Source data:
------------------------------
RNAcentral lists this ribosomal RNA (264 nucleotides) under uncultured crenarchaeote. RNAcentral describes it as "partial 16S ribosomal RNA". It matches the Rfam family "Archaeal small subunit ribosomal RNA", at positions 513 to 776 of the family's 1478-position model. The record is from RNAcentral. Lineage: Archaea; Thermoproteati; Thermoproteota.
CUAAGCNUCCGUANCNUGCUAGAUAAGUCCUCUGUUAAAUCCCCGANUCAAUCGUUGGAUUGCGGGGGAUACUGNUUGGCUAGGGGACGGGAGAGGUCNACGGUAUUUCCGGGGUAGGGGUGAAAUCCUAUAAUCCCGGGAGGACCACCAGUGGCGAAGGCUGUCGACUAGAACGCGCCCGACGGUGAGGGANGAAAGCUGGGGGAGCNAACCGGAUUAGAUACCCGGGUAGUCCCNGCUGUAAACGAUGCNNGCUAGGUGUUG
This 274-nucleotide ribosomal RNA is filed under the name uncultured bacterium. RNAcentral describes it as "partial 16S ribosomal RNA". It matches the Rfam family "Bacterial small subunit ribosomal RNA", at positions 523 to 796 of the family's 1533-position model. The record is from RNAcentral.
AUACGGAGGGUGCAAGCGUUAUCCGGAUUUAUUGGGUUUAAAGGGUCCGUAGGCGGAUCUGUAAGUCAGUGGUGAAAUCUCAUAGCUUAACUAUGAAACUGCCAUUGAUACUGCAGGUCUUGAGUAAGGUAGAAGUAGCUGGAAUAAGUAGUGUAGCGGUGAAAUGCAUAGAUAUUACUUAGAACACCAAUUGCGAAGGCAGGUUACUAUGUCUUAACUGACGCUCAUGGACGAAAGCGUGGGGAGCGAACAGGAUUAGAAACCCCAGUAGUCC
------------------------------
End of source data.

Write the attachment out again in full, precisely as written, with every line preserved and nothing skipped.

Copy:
RNAcentral lists this ribosomal RNA (264 nucleotides) under uncultured crenarchaeote. RNAcentral describes it as "partial 16S ribosomal RNA". It matches the Rfam family "Archaeal small subunit ribosomal RNA", at positions 513 to 776 of the family's 1478-position model. The record is from RNAcentral. Lineage: Archaea; Thermoproteati; Thermoproteota.
CUAAGCNUCCGUANCNUGCUAGAUAAGUCCUCUGUUAAAUCCCCGANUCAAUCGUUGGAUUGCGGGGGAUACUGNUUGGCUAGGGGACGGGAGAGGUCNACGGUAUUUCCGGGGUAGGGGUGAAAUCCUAUAAUCCCGGGAGGACCACCAGUGGCGAAGGCUGUCGACUAGAACGCGCCCGACGGUGAGGGANGAAAGCUGGGGGAGCNAACCGGAUUAGAUACCCGGGUAGUCCCNGCUGUAAACGAUGCNNGCUAGGUGUUG
This 274-nucleotide ribosomal RNA is filed under the name uncultured bacterium. RNAcentral describes it as "partial 16S ribosomal RNA". It matches the Rfam family "Bacterial small subunit ribosomal RNA", at positions 523 to 796 of the family's 1533-position model. The record is from RNAcentral.
AUACGGAGGGUGCAAGCGUUAUCCGGAUUUAUUGGGUUUAAAGGGUCCGUAGGCGGAUCUGUAAGUCAGUGGUGAAAUCUCAUAGCUUAACUAUGAAACUGCCAUUGAUACUGCAGGUCUUGAGUAAGGUAGAAGUAGCUGGAAUAAGUAGUGUAGCGGUGAAAUGCAUAGAUAUUACUUAGAACACCAAUUGCGAAGGCAGGUUACUAUGUCUUAACUGACGCUCAUGGACGAAAGCGUGGGGAGCGAACAGGAUUAGAAACCCCAGUAGUCC